9 Etiquette Guidelines for Social Networking

Like any business activity, social networking comes with a few guidelines in proper etiquette. Failing to follow these guidelines can burn bridges and cost you future business, not just in the short-term but long-term as well. Word-of-mouth works both ways—good and bad. You can count on bad word-of-mouth impacting your business far more effectively than good word-of-mouth can. When participating in social networking activities, follow the guidelines below to ensure you don’t burn any bridges along the way.

But first, determine what you want to accomplish from social networking. Do you want more business? Do you want to chat and socialize? Do you want to help others? Most people use social networking to get more business or to spread the word about a new product or service. Once you define your goals, you’ll be able to develop a plan to achieve those goals.

  1. Be polite and courteous to everyone. You never know who other people know. That one person you ignored, rejected, or offended just might know the owner of the company you want to win business from. Also, be friendly to those you’ve met before. First impressions are important, but so are future ones.
  2. Don’t judge or discriminate. Appearances don’t tell the whole story, and tying in with the first guideline, be nice. Getting to know everyone maximizes your social networking experience.
  3. Avoid the sales pitch. It’s okay to give your elevator pitch and talk about what you do, but don’t try to convince someone that your product is perfect for her, unless she wants to hear it. Know your elevator pitch and be prepared to answer questions.
  4. Establish relationships. Building rapport with others will be more effective in growing your business than giving them a sales pitch. Focus on establishing relationships with others to build trust, and the business will follow.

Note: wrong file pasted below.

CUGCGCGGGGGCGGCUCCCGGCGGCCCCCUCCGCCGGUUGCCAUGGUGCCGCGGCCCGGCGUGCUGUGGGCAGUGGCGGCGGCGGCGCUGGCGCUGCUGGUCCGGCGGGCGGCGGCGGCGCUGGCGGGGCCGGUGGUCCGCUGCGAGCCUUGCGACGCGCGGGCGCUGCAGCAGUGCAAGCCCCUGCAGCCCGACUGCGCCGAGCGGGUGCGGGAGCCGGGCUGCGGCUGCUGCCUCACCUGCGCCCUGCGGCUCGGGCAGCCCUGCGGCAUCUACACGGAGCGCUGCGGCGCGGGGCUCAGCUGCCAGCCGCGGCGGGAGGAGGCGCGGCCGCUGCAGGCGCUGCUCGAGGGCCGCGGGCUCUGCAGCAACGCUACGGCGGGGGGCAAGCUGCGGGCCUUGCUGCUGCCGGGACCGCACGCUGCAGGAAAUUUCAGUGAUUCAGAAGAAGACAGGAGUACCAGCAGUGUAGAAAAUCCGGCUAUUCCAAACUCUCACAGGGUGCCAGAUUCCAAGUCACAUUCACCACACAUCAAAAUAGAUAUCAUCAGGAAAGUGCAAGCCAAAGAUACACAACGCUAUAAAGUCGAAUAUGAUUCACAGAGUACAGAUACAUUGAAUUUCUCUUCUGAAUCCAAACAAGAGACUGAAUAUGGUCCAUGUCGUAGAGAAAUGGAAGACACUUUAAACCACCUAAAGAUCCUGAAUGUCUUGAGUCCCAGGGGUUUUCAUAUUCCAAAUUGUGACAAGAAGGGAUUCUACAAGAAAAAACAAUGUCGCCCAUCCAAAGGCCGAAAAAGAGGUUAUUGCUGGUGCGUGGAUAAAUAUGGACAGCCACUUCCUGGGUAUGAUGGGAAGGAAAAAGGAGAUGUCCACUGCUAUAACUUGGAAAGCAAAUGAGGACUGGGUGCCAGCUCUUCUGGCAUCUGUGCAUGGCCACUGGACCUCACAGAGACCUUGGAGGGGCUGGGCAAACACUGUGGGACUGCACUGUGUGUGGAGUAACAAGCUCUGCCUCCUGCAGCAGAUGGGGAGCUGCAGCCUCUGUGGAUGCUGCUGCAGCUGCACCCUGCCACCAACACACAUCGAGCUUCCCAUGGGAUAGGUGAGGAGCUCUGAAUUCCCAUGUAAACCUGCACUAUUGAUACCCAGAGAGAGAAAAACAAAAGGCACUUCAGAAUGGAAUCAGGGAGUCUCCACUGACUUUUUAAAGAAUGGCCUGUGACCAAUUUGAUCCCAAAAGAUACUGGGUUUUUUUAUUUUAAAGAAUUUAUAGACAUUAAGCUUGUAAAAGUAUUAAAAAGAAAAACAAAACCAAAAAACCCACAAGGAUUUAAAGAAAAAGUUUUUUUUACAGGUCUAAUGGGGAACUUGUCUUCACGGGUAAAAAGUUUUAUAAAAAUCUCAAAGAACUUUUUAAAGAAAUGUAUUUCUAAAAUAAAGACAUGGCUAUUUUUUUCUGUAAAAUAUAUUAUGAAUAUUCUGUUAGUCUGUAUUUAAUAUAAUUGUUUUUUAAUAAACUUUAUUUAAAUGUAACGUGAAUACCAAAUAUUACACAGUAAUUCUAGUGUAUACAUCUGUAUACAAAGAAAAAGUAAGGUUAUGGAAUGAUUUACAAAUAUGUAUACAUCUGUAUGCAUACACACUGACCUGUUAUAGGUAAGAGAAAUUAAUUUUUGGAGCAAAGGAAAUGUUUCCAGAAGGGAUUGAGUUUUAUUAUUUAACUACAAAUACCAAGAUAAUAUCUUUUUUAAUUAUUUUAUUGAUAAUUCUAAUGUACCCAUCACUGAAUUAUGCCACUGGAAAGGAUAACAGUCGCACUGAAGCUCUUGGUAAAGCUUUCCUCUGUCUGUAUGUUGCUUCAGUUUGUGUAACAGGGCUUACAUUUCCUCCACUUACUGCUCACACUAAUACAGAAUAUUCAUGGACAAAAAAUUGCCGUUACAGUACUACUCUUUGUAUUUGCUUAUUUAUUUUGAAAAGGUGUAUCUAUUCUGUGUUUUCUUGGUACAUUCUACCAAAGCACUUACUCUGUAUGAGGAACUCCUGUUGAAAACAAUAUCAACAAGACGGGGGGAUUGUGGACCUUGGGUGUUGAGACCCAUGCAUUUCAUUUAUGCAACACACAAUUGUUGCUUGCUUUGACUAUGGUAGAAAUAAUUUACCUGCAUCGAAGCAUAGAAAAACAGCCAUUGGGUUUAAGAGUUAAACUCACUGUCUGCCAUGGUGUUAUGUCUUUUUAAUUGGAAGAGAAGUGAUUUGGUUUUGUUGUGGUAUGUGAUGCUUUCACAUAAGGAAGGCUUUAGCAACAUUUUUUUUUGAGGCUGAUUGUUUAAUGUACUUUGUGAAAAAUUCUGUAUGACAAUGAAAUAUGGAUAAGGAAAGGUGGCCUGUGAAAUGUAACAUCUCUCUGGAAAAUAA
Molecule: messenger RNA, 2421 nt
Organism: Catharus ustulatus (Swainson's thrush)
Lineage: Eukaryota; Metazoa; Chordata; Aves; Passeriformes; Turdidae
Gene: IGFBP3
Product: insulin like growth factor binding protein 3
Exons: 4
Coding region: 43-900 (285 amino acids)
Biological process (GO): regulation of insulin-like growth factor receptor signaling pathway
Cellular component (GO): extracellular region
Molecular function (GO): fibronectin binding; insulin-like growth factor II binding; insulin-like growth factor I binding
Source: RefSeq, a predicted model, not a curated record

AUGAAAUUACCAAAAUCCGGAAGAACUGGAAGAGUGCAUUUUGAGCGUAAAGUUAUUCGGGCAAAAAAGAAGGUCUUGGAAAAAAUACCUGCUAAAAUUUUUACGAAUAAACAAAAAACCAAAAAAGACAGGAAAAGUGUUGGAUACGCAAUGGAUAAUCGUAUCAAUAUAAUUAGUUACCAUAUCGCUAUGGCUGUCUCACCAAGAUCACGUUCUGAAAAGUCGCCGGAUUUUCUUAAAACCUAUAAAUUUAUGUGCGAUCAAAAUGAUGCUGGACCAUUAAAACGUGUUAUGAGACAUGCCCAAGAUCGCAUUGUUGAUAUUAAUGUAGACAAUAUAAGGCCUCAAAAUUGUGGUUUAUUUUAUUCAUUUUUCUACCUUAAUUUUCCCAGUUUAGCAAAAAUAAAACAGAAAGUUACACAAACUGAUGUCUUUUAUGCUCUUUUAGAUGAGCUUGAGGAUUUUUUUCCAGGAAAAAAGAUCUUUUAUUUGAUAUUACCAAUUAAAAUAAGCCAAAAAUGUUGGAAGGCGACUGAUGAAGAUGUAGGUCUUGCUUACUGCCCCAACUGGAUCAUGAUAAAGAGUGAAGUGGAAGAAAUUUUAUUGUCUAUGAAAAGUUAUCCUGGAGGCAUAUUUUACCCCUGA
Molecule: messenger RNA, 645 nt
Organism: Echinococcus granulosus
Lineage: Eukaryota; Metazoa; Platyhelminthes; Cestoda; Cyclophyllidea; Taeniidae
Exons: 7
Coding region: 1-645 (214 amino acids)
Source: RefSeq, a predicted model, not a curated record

5. Mingle. Don’t just hang out with the people you know. Talk with new people and learn about what they do. If you can, help them achieve their goals or point them in the right direction.
  6. Ask questions. By asking questions, you show your new acquaintance that you are interested in learning more about what he does. It also gives you a better idea of how you can help him, either by referring him to someone you know or keeping him in mind for future reference.
  7. Exchange business cards. If you are networking to get more business, always exchange business cards. You never know when it might pay off. Someday you may receive a call from someone you exchanged cards with a year ago asking you for a quote. It can happen!
  8. Send follow-up e-mails. Everyone enjoys receiving personal letters and e-mails. Sending a quick ‘it was nice to meet you’ e-mail to the people you met at a networking event is a nice gesture. And when you receive one first, send a quick note back. It doesn’t have to consume your day. Just write a brief e-mail, save it as a template, and personalize each message you send out.
  9. Don’t add to your mailing list. It is tacky when someone puts you on a mailing list, especially when you didn’t ask for it. Find other ways to increase your mailing list, such as including instructions to sign up for your mailings in your e-mail signature or adding a sign-up page to your website.

Remember, social networking is about interacting with and getting to know others. You won’t learn everything you need to know about a person during your first meeting, or even the first few. Continue to interact and get to know people and you will develop important relationships with people who are eager to help you grow your business.

About the Author: Jody Calkins is a freelance business writer who writes about business development, risk management, security protection, and business standards. Visit www.emeryroad.com for more information and samples.



  1. Very practical list Jody! My version of #8 is that I send a LinkedIn invitation to connect with a short note that I enjoyed meeting the person. That way I am still proactively growing my network and hopefully setting up a long-term connection. It also helps reduce my business card clutter.

  2. […] Getting involved in networking events hosted by your local chamber of commerce, BNI chapter, or other organization is a great way to spread the word about your business. See my post on social networking etiquette. […]

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